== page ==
[Advaita-l] AchArya on the Objects of the Waking State (B.S. II.2.29)

br_vinayaka vinayaka_ns at yahoo.com
Fri Aug 31 02:42:03 CDT 2007

Dear Jaldhar-ji,

Thanks much for your clarifying post. I have doubt
specifically pertaining to the following point.

You have written that:

"By contrast Advaitins are not.  What we see, think,
and feel is actually 
there.  The problem is we misunderstand its nature. 
This is why I like to 
translate maya as "delusion" rather than "illusion."
It illustrates that 
the problem is primarily epistemological not

What is meant by negation?  For the Baudha nirvana is
like the awakening 
from a dream.  Just as when you wake up, the objects
of your dreams cease 
to exist, when you Capital-A Awaken, the objects of
the world cease to 
exist and then you are free.

The Advaitin considers himself liberated when the
notion of difference is 
gone.  Whether or not the underlying objects actually
exist is in that 
sense irrelevant, it is equanamity with which one
approaches them which is 
freedom from samsara."

While I was going through an old translation of
taittirIya upanishad freely translated by Swami
Sharvanandaji of RKM. In that book while commenting
upon the passage beginning with asannEva sa bhavati
(II.vi.1) the translator swami makes the following

"He became and defined etc.- Brahman being the ground
and substratum of all, He is immanent even in the
conradictories. Whatever there is, perceived,
intuited, or imagined, all that is He. The whole
universe is Real as Brahman. Attention should be
specifically drawn to this passage as it clearly shows
that the universe is never a non-existence like a
'square-circle' or the 'human horn'. Brahman is the
all-in-all of the universe; intuition of brahman is
not transmutation of the universe into brahman or 'a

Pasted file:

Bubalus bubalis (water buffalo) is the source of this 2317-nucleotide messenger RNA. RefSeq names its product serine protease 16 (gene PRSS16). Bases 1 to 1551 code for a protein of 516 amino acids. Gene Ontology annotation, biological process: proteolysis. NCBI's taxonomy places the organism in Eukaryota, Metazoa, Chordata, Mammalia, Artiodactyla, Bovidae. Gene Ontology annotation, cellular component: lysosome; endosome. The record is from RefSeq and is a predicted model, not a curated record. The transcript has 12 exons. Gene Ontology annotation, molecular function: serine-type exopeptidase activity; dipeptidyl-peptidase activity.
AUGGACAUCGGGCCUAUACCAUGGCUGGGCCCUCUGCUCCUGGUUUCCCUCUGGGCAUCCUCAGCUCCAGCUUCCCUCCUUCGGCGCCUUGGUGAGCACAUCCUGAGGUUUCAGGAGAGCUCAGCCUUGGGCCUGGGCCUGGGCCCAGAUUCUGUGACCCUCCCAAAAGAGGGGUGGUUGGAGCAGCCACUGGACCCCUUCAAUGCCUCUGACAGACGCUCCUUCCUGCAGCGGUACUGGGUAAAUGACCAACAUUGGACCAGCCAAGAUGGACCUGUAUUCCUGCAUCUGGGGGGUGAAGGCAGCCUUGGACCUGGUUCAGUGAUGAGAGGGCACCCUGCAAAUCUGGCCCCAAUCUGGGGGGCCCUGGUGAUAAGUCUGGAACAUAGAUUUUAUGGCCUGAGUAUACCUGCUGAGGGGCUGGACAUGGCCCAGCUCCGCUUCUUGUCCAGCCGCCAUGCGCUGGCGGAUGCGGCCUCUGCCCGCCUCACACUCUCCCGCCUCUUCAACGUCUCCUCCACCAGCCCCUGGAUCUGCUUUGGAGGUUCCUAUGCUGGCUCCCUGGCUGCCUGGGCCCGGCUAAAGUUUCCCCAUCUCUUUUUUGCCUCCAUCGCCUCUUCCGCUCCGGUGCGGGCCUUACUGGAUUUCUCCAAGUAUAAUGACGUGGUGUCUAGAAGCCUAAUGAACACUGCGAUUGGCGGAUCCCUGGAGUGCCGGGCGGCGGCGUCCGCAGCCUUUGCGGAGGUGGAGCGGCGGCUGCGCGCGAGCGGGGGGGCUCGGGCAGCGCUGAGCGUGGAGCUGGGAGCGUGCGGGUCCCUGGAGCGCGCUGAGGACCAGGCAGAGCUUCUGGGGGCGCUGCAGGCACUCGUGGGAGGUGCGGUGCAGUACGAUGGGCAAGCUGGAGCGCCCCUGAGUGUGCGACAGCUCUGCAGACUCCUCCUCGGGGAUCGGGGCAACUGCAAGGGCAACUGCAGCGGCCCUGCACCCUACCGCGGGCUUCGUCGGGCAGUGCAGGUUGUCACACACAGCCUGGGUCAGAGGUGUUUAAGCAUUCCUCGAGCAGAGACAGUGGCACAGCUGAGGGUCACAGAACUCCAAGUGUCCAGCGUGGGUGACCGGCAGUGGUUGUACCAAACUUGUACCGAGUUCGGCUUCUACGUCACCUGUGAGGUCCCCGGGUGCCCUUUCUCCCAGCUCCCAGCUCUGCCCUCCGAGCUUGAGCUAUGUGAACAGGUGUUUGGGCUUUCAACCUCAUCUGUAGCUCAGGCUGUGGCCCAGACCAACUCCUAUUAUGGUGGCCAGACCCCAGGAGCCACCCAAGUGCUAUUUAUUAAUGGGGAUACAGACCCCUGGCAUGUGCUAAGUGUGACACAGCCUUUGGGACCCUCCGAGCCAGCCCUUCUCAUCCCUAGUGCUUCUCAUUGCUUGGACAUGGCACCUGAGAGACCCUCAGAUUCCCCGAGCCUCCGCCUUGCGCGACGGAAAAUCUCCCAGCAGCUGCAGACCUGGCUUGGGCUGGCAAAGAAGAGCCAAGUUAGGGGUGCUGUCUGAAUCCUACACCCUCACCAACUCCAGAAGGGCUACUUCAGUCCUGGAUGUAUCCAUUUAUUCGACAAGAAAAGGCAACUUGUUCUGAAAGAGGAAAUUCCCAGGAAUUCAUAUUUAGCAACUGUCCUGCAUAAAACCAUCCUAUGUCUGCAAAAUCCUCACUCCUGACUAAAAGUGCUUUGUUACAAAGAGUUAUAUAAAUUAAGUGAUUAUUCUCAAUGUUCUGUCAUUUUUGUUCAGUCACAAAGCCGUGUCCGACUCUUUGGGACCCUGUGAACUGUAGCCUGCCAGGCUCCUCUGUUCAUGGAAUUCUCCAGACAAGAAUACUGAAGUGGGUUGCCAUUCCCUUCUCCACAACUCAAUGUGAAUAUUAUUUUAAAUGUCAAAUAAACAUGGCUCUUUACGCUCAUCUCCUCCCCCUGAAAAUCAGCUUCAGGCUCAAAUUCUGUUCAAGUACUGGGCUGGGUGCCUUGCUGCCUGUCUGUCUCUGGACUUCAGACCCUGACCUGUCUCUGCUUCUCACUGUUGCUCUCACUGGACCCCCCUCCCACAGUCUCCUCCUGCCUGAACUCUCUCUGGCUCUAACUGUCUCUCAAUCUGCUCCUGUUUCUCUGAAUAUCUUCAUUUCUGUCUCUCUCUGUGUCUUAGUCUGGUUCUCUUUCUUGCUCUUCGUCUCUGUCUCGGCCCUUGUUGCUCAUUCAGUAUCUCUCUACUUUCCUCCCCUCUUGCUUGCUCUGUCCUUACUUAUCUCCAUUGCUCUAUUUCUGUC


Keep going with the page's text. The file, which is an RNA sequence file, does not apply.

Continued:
rejection of it'; it is only the correction of an
error in perception. Just as it is not possible to
correct the erroneous perception of a snake in a rope
without the knowledge of the identity between the
super-imposed snake and the actual rope, so also it is
not possible to realize that there is only one reality
which is brahman, without the knowledge of the
identity between the world and brahman trhough proper
testimony. By stating that all this is brahman the
passage in question serves this purpose most
appropriately. Brahmajnana is not an act of
contemplation in which one object is replaced by
another; it is a total comprehension in which
consciousness is deepened and widened and made to work
at all levels. That is why Sri Shankara says while
commenting on brahmasUtras, II.2.29 that-the objects
experienced in the waking perception are not cancelled
at 'any' state."

Is this interpretation accpeted in the traditional
circles? If it is, does it not amounts to saying that
'name and form' is eternal and ever present in

I agree to the rest of your observations fully. The
following passage was very apt.

"Some critics have noted the Buddhist tinge to
Gaudapadacharyas writings 
however I think if you check you will see that he only
says that the dream 
state and the waking state are unreal relative to
Brahman which is far 
short of the idealist position."

Even a beginner in advaita philosophy can see this
evidently in tht kArika and bhAshya, and I don't know
why scholars get confused like this and confuse others

Yours in Sri Ramakrishna,

Br. Vinayaka.

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